Thursday, December 30, 2010
The San Diego Fine Art Society and Rebecca Goodman's Artist Talk: A Learning Experience
It's good to get out of one's little comfort zone and see other avenues of local visual arts. With 10 years in the San Diego area, working as an artist and arts educator, dabbling in curating and arts writing, I imagined I was fairly inaugurated into most aspects of the art scene. I realize, now, that was wrong.
For one thing, I had never attended a San Diego Fine Art Society (SDFAS) event until last Tuesday-- for a talk and presentation of work by artist Rebecca Goodman. I had heard of SDFAS, but somehow I imagined it must be related to Modern Art, museum acquisitions, or maybe even blue-haired old ladies collecting Renaissance-period paintings... I didn't know. I filed it in one of those "not related to me" categories and kind of blocked it from my consciousness.
I have to now apologize for this misinterpretation.
SDFAS, run by the young, smart, opinionated, and powerfully present April Game (recently nominated for San Diego Business Journal's "Women Who Mean Business Awards"), is not at all what I thought. The mission statement, "Strengthening the art pulse of the community through education and collaboration" is a solid, honest, message backed up by programs and resources that help artists engage with San Diego. It was good, for me, to meet April, see the SDFAS gallery filled exclusively with work by contemporary local artists, and have my misguided assumptions of SDFAS realigned.
The main event of evening was the presentation by spectacular public speaker and artist, Rebecca Goodman. She opened with a video of a performance piece where a dancer engaged with both an installation backdrop and the audience, and she then spoke about how the piece came to fruition. Her presentation included her influences, her early work, and her background-- all of which helped situate her work in a very clear, contextually-relevant, and articulate way. Her presentation was delivered from a place of sincere and open positivity.
But something bothered me.
I began to realize that this artists' work is almost diametrically opposed to my own. Her influences were straight forward, upbeat, and new-age-themed (dance, transformation, crystals, chakras, and Burning Man all came up in the talk). My influences are... lets say the opposite of those. Her performance-based work was related to a theater-informed, theatrical kind of spectacle. That particular type of performances generally makes me feel antsy and uncomfortable, but I have to admit that is largely because it is so unfamiliar. Rebecca looked very "California" as she explained herself. She had blond hair and perfect posture. I suddenly felt very "New York" slouched in my seat, with my dark hair, wondering why I was such a horrible public speaker. I don't necessarily think I go around comparing myself to every artist out there, but one could describe both Rebecca and me as artists who make objects, use performance, and use video. How could we have such different outlooks on art's purpose, procedure, and explanation?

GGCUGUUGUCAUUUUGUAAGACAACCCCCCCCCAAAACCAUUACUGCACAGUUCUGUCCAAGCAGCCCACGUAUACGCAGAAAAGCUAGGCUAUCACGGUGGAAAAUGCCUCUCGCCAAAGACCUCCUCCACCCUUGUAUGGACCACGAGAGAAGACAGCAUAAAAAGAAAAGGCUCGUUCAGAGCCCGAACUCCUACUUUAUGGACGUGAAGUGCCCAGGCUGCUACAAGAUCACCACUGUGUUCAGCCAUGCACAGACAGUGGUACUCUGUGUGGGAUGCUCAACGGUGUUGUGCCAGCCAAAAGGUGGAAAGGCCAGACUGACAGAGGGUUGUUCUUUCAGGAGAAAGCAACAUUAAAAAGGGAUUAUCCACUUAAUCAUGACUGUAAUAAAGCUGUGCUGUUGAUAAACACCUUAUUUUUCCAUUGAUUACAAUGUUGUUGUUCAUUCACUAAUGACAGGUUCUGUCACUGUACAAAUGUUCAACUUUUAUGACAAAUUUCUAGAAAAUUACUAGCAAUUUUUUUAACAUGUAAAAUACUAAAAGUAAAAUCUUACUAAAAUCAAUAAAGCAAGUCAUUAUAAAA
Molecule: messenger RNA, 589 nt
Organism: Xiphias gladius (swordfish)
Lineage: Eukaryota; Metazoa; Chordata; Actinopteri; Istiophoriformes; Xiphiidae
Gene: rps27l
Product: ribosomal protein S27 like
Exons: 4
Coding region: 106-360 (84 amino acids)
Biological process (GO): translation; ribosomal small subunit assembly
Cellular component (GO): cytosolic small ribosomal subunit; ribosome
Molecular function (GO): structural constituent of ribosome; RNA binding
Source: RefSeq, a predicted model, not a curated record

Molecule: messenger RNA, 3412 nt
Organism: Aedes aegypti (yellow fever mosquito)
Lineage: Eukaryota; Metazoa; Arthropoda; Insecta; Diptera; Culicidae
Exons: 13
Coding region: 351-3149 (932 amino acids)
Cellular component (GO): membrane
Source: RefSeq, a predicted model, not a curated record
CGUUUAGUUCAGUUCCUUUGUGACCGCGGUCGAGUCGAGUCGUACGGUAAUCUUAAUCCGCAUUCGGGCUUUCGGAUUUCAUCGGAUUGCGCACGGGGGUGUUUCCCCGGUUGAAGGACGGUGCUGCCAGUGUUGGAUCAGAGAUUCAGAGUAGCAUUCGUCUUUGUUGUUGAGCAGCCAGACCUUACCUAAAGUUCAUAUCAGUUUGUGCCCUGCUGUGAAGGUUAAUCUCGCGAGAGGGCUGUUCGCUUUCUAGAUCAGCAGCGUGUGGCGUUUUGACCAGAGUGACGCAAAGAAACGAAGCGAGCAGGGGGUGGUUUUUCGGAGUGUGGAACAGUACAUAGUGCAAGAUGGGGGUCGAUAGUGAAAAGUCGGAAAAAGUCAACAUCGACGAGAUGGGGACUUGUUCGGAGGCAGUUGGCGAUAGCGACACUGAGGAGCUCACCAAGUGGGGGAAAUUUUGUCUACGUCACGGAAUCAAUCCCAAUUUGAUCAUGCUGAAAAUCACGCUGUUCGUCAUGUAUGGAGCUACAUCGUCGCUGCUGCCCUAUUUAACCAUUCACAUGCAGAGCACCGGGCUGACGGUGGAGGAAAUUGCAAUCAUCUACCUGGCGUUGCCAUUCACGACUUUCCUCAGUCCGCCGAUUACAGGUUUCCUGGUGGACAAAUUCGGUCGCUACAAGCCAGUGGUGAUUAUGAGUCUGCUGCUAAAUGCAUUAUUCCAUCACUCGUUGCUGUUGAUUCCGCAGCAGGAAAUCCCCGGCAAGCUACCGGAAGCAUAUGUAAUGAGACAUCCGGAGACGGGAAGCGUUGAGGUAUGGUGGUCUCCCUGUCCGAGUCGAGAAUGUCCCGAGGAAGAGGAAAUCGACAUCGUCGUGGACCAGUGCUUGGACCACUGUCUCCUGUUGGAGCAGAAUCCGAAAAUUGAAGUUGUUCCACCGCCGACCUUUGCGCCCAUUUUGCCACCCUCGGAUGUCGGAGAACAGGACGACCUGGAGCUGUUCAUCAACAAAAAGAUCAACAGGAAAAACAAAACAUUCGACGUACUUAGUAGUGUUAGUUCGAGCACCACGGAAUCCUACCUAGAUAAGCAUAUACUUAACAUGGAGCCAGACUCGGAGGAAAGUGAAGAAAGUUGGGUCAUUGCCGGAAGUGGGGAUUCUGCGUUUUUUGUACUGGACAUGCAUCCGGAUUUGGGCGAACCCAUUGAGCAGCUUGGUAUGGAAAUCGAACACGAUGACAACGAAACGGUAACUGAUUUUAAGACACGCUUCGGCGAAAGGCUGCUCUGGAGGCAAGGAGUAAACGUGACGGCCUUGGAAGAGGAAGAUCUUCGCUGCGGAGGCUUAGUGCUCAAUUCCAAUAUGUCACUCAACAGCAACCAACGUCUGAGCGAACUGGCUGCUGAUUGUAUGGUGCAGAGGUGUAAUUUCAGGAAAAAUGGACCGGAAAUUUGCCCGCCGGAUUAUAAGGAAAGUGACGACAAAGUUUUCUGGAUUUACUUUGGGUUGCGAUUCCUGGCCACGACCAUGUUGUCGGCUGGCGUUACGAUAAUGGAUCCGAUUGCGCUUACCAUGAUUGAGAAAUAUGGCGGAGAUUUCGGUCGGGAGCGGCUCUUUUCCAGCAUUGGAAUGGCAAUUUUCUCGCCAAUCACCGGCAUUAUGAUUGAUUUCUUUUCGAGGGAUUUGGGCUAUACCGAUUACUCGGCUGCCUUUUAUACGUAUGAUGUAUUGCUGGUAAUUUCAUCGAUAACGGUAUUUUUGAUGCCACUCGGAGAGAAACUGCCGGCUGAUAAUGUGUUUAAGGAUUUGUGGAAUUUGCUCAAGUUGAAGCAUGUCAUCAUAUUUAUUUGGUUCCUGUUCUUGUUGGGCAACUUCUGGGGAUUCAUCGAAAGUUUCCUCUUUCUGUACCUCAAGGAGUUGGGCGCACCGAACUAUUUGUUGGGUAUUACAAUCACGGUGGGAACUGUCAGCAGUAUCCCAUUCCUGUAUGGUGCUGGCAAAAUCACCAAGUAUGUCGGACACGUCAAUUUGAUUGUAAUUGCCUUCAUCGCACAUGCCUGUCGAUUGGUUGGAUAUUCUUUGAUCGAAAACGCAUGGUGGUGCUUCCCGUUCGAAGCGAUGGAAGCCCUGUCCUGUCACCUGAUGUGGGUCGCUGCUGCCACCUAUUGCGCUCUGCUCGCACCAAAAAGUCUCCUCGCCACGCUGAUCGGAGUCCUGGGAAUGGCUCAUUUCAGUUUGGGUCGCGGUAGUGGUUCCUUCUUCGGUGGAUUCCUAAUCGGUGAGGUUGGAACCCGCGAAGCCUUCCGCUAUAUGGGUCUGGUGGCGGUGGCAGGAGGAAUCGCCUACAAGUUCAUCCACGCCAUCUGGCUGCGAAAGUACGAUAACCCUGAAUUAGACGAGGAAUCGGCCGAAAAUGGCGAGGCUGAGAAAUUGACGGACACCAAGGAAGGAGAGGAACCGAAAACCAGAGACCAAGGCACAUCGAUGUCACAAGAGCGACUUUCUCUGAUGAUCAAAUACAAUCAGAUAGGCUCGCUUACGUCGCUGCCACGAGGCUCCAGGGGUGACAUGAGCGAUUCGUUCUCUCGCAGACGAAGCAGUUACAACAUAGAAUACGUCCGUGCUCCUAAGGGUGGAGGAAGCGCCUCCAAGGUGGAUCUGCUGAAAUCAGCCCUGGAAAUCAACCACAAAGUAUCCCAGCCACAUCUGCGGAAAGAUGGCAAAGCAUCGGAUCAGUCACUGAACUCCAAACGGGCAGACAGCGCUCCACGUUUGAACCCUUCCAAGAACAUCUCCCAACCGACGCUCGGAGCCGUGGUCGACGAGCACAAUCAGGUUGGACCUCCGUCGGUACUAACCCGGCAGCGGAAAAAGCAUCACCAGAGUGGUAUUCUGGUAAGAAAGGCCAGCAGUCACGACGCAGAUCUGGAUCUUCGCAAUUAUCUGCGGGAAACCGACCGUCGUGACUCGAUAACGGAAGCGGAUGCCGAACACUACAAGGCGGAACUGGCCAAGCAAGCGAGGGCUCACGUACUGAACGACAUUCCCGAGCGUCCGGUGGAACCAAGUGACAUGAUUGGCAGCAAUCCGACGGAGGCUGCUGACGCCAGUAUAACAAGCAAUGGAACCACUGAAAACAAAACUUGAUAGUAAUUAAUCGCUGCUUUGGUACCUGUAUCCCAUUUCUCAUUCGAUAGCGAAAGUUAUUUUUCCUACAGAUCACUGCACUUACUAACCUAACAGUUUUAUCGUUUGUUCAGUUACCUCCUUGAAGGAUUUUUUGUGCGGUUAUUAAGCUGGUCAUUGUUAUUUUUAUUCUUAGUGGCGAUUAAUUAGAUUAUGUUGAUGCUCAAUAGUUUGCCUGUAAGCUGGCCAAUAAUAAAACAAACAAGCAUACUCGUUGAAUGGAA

Rebecca Goodman graduated with her MFA from SDSU in 2008. I, Katherine Sweetman, graduated with my MFA from UCSD in 2008. Was I the cynical UCSD counterpart to this optimistic SDSU artist? Did I think all performance art had to be in dialogue with Allan Kaprow? ... maybe I did.
I like artists who can stand-up for themselves. Those who have reasons for doing what they do, and are able to speak about their work, get my respect and praise, and for that Rebecca Goodman absolutely deserves respect. She was able to back-up every item used in the installation (from the red clay birds to the live sprouts growing from the mound of soil), and her presentation left me no doubt that she believed in everything she said and everything she created. I found myself quite jealous actually. I guess I always leave my own work with questions and unanswerable, unexplainable reasoning.
Like I said, we should all get out of our little comfort zone from time to time and see the world. I think a little piece of my cynicism died in me that Tuesday evening. I left the NTC neighborhood feeling optimistic about San Diego's diverse interpretations of visual arts. Actually, I left feeling optimistic in general.